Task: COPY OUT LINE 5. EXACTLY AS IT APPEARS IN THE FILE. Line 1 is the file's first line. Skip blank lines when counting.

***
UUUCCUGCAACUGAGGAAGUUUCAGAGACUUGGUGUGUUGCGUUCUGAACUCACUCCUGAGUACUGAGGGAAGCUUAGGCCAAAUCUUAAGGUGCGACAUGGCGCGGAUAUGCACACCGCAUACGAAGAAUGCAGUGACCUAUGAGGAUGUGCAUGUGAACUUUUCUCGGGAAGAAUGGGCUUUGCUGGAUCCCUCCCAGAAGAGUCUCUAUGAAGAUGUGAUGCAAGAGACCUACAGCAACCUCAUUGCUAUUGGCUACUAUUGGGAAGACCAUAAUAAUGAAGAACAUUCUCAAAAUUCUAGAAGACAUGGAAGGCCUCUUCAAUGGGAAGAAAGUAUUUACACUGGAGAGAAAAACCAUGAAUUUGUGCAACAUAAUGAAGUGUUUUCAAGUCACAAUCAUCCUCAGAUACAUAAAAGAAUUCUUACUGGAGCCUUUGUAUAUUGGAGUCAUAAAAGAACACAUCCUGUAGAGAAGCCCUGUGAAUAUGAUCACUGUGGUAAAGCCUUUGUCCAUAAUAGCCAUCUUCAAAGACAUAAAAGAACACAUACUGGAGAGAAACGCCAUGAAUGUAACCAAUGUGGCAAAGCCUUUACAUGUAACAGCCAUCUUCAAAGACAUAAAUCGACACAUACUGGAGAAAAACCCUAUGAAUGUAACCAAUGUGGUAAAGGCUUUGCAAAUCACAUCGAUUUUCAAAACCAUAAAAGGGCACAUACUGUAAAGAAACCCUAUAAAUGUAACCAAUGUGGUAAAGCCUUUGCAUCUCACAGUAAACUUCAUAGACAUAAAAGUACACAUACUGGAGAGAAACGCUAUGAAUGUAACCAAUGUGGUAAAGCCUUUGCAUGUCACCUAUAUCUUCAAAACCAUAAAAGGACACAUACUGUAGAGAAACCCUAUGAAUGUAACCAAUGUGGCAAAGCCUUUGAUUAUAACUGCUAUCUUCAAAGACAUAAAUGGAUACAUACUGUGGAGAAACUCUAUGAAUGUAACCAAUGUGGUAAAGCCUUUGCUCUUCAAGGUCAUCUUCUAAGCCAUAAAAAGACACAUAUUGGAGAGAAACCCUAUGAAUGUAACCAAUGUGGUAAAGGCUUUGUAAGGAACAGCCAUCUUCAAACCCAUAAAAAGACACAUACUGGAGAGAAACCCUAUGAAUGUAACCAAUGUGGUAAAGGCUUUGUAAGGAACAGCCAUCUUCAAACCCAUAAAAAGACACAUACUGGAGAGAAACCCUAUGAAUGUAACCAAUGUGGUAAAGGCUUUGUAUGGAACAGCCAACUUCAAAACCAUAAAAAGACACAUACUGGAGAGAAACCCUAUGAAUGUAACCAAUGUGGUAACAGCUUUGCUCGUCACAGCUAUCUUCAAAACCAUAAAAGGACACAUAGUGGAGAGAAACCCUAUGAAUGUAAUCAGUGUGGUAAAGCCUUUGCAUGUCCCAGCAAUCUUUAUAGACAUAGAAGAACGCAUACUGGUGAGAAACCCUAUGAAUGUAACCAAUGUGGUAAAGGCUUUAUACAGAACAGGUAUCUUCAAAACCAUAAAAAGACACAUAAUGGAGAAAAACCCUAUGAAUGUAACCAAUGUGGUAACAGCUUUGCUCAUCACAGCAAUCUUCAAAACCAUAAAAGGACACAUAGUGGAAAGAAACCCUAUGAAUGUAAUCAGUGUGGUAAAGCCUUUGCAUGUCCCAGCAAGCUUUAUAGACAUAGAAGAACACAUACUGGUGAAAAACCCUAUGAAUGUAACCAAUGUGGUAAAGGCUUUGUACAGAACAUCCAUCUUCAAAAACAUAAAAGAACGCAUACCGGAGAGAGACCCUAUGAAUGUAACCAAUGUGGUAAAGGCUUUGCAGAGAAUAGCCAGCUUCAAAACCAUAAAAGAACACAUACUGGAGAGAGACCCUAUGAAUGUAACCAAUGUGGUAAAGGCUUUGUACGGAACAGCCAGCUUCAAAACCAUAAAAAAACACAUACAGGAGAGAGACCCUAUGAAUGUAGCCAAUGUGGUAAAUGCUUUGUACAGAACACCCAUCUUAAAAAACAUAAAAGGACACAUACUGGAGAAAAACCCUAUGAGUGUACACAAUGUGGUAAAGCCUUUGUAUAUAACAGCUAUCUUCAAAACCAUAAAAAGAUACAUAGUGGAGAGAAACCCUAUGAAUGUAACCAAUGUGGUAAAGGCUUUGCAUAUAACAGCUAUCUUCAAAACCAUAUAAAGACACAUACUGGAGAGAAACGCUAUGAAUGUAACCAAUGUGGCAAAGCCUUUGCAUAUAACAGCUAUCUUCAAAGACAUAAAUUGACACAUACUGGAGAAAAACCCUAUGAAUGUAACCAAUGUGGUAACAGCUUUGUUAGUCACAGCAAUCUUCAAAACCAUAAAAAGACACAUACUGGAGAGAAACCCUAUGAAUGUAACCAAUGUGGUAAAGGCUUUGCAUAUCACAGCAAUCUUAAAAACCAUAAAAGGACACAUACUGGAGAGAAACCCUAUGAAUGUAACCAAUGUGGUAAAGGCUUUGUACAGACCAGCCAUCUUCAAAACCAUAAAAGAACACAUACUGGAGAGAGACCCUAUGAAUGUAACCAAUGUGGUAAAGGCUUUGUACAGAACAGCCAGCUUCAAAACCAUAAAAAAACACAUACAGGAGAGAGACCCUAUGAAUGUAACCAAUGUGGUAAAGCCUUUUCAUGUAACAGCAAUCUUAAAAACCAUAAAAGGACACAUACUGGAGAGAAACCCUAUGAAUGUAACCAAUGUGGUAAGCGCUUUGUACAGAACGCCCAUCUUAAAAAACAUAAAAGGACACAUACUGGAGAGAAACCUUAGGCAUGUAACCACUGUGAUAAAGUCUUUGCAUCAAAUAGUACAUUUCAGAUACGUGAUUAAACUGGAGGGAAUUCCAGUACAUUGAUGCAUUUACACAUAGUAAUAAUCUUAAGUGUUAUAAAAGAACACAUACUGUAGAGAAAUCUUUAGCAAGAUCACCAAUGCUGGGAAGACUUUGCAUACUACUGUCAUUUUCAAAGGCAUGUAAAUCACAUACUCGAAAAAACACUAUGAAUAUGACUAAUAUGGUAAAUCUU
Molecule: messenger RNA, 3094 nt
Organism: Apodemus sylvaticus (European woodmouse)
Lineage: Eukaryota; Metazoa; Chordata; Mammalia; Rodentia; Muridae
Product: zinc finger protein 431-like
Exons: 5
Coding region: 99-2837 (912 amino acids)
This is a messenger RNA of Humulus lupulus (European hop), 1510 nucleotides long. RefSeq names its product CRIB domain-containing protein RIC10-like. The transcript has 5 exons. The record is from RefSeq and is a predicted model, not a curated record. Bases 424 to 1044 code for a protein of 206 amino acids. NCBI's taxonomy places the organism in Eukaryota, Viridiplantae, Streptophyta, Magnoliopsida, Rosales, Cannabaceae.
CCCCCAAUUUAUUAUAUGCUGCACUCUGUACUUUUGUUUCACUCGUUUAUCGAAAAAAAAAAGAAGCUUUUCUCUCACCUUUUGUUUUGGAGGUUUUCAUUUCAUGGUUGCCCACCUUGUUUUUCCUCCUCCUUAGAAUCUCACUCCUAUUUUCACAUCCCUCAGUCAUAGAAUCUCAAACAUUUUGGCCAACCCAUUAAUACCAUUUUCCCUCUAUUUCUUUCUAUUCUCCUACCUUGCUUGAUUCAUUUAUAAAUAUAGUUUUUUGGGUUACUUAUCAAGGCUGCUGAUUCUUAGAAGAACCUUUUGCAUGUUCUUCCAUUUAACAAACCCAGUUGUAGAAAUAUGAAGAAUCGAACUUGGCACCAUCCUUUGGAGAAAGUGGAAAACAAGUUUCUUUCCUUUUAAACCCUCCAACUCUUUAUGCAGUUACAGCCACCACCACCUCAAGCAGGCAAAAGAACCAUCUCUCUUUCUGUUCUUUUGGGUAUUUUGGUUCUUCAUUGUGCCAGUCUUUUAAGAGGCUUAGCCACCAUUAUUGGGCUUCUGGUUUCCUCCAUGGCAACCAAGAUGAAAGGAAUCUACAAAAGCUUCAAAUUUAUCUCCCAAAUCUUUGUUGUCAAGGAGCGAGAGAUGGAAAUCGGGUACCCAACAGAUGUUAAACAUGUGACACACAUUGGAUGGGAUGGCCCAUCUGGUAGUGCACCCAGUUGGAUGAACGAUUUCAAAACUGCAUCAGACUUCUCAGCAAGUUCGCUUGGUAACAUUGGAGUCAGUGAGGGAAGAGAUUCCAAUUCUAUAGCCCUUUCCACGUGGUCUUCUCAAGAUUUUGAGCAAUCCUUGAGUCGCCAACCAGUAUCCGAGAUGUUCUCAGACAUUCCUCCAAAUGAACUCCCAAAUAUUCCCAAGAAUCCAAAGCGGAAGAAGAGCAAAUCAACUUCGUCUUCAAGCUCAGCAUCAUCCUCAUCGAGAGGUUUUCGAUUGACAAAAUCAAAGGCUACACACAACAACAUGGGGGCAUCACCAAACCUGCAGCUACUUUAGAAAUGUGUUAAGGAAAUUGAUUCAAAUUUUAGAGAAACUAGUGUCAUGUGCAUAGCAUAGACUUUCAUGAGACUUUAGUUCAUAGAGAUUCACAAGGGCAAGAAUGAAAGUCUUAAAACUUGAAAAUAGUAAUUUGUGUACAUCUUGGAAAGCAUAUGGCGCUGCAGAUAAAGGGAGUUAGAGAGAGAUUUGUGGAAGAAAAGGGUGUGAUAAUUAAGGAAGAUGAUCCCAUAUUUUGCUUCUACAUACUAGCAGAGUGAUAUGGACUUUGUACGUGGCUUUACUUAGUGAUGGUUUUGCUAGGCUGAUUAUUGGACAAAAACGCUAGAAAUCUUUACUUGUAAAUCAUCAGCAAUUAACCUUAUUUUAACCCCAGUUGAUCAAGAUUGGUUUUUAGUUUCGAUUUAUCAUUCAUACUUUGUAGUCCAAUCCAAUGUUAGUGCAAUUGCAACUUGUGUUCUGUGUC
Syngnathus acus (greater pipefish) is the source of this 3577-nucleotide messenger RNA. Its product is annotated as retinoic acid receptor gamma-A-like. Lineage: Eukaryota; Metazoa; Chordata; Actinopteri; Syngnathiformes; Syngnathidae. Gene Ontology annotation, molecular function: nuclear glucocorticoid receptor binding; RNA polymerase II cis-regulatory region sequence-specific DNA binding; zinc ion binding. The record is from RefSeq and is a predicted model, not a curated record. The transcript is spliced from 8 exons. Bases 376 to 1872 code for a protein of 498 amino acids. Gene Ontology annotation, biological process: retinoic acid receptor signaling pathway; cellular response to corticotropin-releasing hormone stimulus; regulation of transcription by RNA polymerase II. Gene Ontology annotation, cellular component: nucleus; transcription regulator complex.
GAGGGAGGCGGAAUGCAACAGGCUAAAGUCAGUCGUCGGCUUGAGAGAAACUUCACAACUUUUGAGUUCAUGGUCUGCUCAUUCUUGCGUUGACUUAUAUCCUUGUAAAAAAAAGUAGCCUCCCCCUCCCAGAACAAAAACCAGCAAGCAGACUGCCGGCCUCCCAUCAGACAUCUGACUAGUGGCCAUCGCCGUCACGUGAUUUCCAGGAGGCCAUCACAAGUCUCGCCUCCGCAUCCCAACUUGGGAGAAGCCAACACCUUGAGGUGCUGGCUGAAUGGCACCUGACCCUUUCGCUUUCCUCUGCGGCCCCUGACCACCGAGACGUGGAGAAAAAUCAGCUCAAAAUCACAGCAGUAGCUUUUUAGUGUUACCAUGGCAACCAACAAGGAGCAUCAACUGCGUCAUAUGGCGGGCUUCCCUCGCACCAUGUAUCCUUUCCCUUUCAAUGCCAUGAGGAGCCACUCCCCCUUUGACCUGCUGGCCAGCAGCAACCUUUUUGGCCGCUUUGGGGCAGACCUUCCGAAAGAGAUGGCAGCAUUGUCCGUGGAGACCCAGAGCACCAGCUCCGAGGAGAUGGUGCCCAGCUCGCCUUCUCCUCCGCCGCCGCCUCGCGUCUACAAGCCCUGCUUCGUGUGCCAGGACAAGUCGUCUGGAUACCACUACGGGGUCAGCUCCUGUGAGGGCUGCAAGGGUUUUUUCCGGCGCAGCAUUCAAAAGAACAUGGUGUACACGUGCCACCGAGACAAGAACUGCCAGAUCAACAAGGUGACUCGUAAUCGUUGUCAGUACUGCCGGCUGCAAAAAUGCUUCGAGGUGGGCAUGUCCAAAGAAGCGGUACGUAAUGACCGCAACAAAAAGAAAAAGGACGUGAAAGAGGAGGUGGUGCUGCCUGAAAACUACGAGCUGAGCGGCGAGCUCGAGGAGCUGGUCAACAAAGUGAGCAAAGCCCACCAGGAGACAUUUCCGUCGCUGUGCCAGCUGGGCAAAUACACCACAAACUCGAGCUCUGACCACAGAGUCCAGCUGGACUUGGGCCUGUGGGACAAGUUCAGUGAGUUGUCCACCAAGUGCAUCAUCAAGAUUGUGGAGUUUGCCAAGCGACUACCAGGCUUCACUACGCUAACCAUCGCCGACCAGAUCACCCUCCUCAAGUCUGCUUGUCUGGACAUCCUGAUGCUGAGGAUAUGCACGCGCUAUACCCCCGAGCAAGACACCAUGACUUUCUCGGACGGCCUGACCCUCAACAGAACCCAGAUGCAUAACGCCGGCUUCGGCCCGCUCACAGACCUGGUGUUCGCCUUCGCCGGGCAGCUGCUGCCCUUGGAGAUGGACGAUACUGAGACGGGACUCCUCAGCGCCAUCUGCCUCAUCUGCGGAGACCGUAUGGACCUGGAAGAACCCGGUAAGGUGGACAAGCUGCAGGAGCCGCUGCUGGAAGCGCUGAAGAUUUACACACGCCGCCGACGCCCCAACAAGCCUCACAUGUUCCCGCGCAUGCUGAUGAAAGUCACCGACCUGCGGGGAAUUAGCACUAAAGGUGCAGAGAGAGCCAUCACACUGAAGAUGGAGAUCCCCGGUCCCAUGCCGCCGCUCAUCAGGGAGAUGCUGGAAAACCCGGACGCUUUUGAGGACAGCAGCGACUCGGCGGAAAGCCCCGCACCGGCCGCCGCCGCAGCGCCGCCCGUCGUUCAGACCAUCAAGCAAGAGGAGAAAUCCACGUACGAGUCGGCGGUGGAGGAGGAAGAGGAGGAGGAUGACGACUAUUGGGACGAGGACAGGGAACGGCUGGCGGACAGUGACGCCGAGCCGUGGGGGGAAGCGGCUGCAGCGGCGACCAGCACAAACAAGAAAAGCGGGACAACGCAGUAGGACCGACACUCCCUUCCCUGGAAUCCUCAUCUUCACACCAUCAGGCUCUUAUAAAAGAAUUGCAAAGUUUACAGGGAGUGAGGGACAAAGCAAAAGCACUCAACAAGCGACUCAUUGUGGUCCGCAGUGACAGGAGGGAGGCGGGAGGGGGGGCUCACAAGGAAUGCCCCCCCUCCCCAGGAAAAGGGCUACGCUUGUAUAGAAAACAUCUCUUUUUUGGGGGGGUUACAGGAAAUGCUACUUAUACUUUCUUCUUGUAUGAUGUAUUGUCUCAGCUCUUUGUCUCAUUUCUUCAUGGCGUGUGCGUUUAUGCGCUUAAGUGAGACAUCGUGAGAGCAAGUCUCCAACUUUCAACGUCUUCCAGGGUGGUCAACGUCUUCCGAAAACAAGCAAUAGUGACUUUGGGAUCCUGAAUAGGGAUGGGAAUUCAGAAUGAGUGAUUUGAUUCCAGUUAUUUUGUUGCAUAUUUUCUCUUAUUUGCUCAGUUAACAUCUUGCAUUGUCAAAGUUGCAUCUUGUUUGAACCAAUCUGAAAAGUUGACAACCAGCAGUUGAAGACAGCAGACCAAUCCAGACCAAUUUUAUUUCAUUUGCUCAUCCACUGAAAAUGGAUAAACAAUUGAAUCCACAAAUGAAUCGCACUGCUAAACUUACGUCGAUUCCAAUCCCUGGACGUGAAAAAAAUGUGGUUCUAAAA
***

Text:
Product: zinc finger protein 431-like